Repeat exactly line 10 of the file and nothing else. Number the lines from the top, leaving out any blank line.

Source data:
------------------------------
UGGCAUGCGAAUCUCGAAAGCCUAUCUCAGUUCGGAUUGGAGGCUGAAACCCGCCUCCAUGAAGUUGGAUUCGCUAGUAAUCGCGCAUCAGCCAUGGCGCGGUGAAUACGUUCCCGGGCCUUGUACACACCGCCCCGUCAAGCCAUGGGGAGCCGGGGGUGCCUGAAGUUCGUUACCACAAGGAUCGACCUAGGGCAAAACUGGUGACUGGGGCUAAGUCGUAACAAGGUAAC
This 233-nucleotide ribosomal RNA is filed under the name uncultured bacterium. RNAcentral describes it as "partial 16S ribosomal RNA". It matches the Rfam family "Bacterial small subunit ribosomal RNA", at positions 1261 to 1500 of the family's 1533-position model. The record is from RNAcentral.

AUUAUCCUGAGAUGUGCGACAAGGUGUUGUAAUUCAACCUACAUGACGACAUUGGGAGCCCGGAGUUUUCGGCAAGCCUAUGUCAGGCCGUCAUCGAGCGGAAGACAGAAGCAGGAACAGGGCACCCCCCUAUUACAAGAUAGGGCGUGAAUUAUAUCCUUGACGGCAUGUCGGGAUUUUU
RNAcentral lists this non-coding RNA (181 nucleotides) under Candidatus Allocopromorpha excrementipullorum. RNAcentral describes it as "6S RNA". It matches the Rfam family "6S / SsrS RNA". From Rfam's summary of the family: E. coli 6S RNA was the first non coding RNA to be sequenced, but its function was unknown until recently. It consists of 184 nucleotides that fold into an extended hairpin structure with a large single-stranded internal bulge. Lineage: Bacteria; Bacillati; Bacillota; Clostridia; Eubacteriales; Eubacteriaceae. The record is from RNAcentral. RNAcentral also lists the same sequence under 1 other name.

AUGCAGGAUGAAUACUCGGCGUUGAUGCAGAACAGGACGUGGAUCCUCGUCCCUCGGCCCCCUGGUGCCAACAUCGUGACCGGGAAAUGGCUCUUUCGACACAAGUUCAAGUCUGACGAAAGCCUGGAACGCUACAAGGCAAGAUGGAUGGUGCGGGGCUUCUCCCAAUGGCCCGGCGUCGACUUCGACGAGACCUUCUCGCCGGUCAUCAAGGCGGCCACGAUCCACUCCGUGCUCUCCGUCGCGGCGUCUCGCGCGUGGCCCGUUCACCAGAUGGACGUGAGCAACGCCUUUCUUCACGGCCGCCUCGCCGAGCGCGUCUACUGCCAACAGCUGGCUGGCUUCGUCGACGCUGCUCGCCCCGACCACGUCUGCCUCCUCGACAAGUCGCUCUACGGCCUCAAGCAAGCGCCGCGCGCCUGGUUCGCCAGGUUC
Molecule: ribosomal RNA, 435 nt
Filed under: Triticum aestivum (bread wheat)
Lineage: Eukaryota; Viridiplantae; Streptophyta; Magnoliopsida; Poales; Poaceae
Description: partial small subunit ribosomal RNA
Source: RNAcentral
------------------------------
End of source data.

Source: RNAcentral